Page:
Q: What’s the biggest mistake you see agencies make during strategic planning when it comes to new business?
MC: Wow, awesome question. Where to begin? So many mistakes, so little time. I guess if there were one issue I see pop up time and again, that gets in the way of all other new business content, it would be the mistake of not taking the time to truly build out a UNIQUE positioning statement. Many times we roll with these old positioning statements that feel just like everybody else and it commoditizes what we do at our agency. If you can’t create that unique position, how can you create interesting content in the form of blogs, emails, whitepapers, etc? My advice: have your whole team give input on your unique positioning, and even ask someone from outside of the agency to give their feedback. If you can lock that down, all of your other tasks will become much easier. Also, kudos to you for taking the time to actually go through a deep strategic planning. As a casual outline to think about for proactive new business for the upcoming year, here are some areas to think through: Goals, Transparency, Positioning, Audience, Content, Networking, Execution & Technology
Q: Do you suggest differing strategies for prospecting agencies versus brands and what are they?
MC: Here’s the cool part with prospecting agencies…more often than not, agency folks open emails. We typically see email engagement rates much higher when working cold outreach to agencies than we do with brand direct campaigns. I think this is mostly because it’s less of a “salesy” approach and more of a partner approach. If I were looking for agency partners, I would certainly be more aggressive with explaining quickly the problem you solve for agencies like theirs and then request that meeting. Sure, you can utilize some longer tail content, but with agencies as prospects I’ve been more aggressive in driving to an initial meeting with success. I utilize social as an approach liberally as well.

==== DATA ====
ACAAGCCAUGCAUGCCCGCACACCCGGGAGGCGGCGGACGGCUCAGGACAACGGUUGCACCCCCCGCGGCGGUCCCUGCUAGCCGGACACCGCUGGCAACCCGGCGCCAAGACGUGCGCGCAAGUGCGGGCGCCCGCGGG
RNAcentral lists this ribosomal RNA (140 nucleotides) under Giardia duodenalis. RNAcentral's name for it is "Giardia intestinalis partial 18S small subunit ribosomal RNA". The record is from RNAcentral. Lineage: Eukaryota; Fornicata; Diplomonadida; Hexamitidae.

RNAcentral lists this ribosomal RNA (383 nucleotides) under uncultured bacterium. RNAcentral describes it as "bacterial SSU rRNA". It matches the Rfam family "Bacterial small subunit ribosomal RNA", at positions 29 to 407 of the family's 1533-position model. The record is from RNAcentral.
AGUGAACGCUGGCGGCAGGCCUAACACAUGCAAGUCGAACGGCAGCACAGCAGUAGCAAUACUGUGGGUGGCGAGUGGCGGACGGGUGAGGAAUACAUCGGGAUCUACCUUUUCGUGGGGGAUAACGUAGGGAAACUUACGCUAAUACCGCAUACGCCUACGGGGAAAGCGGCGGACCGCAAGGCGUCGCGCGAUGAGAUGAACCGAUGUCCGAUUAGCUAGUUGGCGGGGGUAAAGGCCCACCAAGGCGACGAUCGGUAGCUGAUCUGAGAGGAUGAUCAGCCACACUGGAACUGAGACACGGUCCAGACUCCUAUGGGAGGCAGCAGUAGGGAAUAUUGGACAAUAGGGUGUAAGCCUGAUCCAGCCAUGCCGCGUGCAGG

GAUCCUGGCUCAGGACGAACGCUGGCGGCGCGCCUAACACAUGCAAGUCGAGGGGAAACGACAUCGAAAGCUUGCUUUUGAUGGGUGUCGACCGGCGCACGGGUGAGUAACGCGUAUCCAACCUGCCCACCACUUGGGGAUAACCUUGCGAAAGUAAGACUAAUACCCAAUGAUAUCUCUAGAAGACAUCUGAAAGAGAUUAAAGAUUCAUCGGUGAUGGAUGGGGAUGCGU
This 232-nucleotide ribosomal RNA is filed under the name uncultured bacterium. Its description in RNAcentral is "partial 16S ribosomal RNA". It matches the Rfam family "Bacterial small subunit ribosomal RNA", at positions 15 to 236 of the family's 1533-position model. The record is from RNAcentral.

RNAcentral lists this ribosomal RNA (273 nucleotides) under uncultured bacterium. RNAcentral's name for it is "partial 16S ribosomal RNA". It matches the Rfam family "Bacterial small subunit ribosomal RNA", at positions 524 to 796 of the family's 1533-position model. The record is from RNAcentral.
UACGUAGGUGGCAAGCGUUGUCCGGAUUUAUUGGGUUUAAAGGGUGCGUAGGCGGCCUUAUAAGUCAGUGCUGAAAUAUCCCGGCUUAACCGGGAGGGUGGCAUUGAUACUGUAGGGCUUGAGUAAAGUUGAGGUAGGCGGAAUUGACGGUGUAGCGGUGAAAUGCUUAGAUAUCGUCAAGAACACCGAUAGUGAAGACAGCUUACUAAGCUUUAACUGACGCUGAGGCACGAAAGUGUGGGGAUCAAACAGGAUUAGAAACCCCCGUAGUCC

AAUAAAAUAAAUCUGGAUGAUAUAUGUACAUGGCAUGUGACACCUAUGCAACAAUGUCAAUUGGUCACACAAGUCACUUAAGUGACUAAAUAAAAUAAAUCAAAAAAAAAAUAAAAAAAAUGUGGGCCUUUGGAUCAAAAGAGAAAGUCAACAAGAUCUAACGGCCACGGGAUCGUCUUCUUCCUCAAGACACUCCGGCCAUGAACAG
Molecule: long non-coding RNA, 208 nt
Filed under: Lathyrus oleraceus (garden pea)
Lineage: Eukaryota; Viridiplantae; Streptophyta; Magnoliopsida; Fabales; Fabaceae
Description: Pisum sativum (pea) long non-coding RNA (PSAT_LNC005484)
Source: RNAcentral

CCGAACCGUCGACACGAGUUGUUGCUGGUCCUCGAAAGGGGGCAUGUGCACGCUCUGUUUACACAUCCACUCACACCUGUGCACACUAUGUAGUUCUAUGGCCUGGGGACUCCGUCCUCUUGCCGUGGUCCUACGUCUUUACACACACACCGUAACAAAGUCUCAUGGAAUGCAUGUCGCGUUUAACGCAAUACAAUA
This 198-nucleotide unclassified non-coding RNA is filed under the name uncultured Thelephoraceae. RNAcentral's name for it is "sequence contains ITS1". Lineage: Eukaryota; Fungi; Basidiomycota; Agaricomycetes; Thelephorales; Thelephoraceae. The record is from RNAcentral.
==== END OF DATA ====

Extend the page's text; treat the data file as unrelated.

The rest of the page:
Q: What are your top picks for agency new business apps? Email, marketing automation, CRM…
MC: New business apps? Easy stuff! Get yourself a marketing automation platform – SharpSpring or Hubspot. Period. Both actually have built in CRMs, so two birds, one stone. SharpSpring is much better from a pricing and agency partner standpoint, but Hubspot is king of Marketing Automation for a reason. It’s a great program. If you are using Gmail, highly recommend Cirrus insight for one off email tracking, open, clicks, scheduled emails. For one off cold email prospecting, a tool like Salesloft Cadence is incredibly for making sure you are not only sending that first email, but scheduling emails 2 and 3. You can hit bulk messages, but customize each. Brilliant tool. Also, I like Crystalknows.com. Email plug in that lets you learn more about your contact’s personality and how you should communicate with them.
That’s just a snapshot of the questions being answered in our WinmoTalk user community this week.